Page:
The Truth is Revealed: ‘Family, Life, Death and Football’

Sometimes you find yourself standing on the terraces or sitting in a stadium thinking ‘this game hasn’t changed much’, but when you snap back in to reality, away from on-pitch activities, you realise it has. Everything has changed about a game that used to reflect the working-class communities of this country; not so long ago football had a different meaning to the glitz, glamour and mega-bucks image that the upper echelons of the game portray today.

As the whole fabric of football has started to reweave, you increasingly find yourself questioning whether some players have forgotten the reason why they started to play the beautiful game in the first place. Why they fell in love with the sport, the excitement they felt for something that was so pure and enjoyable. We all start as just a kid chasing a ball around a pitch or kicking a tennis ball around a playground, totally at one, our view of the game was undiluted, it was just about a ball,  at that age no one played for the hope of a career and flashy lifestyle – now football seems to be more about the WAGS to riches lives of Premier League stars than anything else.

Do the pro’s now play for the shirt on their chest, the history of the club and those supporters that cheer from the sidelines who would give anything just to step on that hallowed turf and play, even if just for one second? With the actions of some players, both on and off the pitch every week, it is easy to presume they don’t. Some footballers seem to be more concerned with the lifestyle than they do the sport. It is all about the expensive cars, clothes, image and how big your watch is, rather than about being a pro who keeps his head down so fans don’t get a chance to resent them when times are as tough as these.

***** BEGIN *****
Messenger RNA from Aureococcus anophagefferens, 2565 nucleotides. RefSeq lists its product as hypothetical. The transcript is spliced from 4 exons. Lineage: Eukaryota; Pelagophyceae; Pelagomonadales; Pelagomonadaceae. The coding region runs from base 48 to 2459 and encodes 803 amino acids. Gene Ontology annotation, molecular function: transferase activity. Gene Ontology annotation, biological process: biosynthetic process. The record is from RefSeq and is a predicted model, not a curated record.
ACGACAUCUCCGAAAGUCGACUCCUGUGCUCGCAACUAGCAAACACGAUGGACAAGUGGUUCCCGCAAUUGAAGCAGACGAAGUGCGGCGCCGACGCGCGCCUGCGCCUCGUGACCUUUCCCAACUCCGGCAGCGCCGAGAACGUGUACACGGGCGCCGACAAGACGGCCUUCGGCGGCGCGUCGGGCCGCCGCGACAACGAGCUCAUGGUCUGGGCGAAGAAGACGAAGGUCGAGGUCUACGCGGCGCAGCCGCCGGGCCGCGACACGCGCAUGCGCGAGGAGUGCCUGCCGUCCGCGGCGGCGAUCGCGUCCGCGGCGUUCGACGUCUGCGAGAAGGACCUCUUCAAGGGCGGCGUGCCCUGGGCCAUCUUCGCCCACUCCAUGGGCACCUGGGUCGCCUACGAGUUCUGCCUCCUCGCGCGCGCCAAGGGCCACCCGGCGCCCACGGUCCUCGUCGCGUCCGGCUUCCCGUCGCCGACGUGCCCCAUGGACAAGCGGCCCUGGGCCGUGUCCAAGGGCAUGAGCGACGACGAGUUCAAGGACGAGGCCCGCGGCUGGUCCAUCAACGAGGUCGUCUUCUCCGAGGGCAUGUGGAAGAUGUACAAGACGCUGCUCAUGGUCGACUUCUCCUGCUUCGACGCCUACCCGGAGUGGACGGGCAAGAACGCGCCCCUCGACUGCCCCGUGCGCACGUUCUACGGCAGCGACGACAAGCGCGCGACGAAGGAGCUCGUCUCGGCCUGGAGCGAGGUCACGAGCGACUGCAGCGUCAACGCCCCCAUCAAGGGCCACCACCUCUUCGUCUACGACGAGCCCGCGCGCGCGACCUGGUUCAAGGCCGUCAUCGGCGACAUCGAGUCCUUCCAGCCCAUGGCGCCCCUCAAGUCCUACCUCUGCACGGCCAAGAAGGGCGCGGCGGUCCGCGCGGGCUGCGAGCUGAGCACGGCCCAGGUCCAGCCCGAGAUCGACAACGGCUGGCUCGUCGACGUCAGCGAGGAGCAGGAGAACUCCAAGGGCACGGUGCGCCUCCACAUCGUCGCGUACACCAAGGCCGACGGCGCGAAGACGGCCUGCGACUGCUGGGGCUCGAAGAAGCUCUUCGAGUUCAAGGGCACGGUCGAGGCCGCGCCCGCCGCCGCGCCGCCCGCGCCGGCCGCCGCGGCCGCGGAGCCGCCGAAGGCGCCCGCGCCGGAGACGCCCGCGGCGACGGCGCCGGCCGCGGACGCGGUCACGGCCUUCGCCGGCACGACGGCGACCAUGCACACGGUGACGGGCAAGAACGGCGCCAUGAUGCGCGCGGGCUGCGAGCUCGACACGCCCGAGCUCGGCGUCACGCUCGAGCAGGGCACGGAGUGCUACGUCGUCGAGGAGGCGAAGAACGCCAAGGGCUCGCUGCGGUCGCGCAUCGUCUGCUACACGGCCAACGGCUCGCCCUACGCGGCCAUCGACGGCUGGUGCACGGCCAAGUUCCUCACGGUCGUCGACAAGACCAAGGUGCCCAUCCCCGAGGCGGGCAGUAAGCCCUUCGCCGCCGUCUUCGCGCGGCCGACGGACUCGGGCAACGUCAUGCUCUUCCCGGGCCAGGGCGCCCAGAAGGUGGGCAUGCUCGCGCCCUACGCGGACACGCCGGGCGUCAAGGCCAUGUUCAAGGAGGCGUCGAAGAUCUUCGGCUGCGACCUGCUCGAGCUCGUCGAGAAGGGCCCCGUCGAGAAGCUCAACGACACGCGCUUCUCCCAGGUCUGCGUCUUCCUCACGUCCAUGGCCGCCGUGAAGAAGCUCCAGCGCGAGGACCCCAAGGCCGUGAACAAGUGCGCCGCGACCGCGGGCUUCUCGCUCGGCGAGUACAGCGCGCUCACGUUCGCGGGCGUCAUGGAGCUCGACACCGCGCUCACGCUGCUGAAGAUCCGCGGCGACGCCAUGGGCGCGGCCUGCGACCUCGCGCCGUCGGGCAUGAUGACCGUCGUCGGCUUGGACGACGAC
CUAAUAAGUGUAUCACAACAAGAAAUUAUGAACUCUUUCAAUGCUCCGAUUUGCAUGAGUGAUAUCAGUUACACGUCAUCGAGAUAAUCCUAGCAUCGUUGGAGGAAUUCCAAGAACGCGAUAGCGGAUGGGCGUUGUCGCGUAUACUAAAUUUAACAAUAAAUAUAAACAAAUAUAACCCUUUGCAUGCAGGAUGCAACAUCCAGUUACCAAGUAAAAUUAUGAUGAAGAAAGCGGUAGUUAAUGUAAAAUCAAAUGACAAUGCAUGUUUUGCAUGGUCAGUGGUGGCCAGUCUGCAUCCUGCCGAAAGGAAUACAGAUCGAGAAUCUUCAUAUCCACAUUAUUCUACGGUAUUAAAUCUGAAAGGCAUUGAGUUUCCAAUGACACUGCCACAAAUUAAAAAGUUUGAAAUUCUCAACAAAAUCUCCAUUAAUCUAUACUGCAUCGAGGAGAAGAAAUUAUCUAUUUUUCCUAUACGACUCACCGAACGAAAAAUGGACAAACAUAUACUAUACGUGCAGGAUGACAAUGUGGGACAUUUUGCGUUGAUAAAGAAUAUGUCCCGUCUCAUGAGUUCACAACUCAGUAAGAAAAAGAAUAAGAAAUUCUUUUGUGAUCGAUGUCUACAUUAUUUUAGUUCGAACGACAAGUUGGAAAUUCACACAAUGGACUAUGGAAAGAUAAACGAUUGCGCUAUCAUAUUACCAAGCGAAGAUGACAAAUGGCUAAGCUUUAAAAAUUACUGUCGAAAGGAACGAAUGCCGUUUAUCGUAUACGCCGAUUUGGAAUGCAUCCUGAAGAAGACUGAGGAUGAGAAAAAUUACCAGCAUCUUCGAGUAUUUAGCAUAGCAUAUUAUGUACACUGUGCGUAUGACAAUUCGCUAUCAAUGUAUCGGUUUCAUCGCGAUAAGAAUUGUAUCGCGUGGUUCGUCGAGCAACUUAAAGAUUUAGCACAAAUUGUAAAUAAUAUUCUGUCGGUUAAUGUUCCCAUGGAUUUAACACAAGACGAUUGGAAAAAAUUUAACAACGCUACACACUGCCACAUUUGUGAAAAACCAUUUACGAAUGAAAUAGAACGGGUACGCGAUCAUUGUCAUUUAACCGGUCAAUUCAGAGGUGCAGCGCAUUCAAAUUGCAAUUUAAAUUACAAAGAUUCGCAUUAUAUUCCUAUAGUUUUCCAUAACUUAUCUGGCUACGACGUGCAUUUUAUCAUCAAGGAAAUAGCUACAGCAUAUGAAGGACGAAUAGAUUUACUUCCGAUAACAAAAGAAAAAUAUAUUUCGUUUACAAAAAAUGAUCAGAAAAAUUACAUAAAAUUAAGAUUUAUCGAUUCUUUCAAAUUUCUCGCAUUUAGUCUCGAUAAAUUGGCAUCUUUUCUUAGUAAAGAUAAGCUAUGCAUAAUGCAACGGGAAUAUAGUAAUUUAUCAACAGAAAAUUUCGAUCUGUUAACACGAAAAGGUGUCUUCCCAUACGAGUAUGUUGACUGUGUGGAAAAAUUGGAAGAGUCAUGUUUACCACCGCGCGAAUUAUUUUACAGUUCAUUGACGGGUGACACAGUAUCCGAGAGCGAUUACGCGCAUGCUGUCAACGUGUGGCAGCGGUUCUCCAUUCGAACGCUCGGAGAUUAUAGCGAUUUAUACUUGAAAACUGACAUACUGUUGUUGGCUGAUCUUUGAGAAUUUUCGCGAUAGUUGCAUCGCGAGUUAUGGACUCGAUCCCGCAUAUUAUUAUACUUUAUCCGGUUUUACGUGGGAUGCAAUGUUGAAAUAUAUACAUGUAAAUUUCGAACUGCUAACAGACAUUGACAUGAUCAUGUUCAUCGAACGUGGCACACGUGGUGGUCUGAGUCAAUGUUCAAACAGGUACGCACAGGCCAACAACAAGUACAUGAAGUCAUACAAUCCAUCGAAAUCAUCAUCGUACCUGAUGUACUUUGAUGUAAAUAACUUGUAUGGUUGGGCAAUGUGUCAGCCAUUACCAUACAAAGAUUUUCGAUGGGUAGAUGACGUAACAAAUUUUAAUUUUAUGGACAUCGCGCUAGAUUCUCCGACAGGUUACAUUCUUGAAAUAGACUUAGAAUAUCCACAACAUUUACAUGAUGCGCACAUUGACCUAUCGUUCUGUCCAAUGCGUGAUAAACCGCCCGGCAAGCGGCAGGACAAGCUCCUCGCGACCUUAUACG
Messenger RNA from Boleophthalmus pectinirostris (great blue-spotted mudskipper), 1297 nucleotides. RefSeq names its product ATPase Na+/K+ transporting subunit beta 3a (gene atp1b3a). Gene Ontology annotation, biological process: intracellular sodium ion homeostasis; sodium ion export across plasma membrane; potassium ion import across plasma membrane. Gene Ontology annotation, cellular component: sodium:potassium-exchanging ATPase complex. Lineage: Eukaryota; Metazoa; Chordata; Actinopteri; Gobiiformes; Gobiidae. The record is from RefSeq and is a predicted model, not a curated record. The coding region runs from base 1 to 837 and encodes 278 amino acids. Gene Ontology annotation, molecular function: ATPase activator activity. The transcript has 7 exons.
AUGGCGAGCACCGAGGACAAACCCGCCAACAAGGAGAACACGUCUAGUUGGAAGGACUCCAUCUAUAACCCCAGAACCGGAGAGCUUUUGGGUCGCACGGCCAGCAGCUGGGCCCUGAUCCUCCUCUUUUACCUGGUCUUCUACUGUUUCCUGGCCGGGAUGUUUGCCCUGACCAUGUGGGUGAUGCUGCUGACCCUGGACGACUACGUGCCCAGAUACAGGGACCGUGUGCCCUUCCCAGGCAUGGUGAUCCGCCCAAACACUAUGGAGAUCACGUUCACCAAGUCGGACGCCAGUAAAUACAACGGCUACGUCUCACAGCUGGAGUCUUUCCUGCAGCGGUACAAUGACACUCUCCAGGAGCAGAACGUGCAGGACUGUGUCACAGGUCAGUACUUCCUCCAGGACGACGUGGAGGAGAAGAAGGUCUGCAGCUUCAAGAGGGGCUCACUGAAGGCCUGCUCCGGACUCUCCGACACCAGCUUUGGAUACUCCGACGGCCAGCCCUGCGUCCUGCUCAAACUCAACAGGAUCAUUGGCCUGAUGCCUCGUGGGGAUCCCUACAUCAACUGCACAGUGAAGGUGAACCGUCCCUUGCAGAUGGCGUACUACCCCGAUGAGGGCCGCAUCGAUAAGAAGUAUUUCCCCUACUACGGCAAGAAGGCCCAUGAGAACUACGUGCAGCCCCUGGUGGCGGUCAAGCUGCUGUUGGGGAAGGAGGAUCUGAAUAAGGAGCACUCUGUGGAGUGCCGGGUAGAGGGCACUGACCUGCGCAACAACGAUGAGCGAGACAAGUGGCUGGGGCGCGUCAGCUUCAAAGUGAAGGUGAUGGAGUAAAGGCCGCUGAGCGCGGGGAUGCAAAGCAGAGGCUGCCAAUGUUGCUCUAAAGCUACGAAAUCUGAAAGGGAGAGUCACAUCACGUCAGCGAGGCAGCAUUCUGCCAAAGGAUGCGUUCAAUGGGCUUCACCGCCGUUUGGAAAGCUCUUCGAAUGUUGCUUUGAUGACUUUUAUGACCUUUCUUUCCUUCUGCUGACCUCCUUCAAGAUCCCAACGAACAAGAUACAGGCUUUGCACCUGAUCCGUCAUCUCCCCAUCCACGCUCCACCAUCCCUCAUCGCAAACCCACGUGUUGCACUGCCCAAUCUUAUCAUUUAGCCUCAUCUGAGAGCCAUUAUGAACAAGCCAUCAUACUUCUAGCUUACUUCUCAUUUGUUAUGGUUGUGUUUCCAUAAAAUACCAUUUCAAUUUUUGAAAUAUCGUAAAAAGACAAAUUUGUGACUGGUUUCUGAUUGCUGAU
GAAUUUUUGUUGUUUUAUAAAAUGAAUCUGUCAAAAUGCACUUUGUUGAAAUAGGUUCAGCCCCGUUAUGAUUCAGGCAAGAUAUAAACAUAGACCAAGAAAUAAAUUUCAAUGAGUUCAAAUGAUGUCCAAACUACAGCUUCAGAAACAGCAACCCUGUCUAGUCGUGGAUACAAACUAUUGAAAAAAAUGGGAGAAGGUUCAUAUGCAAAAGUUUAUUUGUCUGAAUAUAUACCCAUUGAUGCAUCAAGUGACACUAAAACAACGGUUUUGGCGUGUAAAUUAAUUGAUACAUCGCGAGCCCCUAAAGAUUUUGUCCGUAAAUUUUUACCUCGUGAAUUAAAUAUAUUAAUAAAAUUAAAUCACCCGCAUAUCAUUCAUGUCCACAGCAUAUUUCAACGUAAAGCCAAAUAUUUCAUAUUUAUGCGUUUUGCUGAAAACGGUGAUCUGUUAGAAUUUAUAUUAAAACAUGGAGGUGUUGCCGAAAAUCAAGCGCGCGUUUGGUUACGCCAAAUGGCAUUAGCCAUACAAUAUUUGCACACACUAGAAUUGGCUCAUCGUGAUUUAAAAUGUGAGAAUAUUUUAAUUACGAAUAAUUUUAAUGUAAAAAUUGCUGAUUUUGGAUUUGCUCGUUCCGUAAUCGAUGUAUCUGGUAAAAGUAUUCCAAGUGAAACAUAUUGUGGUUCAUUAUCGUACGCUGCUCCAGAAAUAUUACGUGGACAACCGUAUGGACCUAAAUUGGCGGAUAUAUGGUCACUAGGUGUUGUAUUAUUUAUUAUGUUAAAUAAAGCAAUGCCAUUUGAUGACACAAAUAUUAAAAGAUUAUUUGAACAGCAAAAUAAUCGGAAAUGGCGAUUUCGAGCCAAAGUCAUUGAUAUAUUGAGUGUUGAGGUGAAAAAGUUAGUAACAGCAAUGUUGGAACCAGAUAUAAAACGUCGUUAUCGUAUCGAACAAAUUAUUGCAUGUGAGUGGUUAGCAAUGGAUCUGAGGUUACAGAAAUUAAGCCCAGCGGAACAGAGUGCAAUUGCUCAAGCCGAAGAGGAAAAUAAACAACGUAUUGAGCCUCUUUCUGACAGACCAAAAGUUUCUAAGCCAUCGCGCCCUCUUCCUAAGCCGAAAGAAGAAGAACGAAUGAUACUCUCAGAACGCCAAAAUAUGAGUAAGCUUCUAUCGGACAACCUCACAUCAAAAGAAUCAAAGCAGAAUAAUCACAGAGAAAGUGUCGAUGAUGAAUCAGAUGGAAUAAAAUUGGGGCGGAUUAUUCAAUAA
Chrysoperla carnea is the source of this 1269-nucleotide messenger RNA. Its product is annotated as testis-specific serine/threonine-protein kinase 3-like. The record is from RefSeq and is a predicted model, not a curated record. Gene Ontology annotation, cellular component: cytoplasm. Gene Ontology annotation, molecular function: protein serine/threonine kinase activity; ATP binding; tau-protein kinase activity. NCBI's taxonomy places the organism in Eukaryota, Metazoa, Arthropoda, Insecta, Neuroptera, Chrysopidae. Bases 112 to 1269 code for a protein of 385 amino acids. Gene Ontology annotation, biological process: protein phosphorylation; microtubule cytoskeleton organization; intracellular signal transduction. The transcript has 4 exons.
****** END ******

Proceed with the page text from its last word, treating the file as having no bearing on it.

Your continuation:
This is not to say the fans haven’t changed also, all of football has evolved, but that isn’t always a positive. Us fans have become information hungry in a new digital age where we have the access to endless data at the touch of a button. Many fans seem to thrive on the real life soap opera’s being created daily by the semi-true stories that circulate the football sphere.

It is ironic that in such an age we are detached from the sport we love and kept at arm’s length from the truth, despite the untold resources at our disposal. We cannot get near those Premier League stars that a vast majority of the world idolises, the closest we get to an undiluted view of real football is by reading Joey Barton’s spouting’s on Twitter and thats saying something. But not all of football is so guarded.

Sometimes we have to remind ourselves of real football, the spit and sawdust type, where fans stand on uncovered terraces on a cold and wet Tuesday night in the middle of nowhere. Where clubs, like we have just seen with Darlington, teeter on the edge of existence and have to fight for their survival off the pitch, let alone on it. Where the heroes you worship on the pitch do not seem too dissimilar to yourself, everyday working people, who have to work hard to earn a living, win contracts to pay the bills and support a family. Some players are as vulnerable as you and I…they could also lose their livelihood at the drop of a hat, to that we can relate.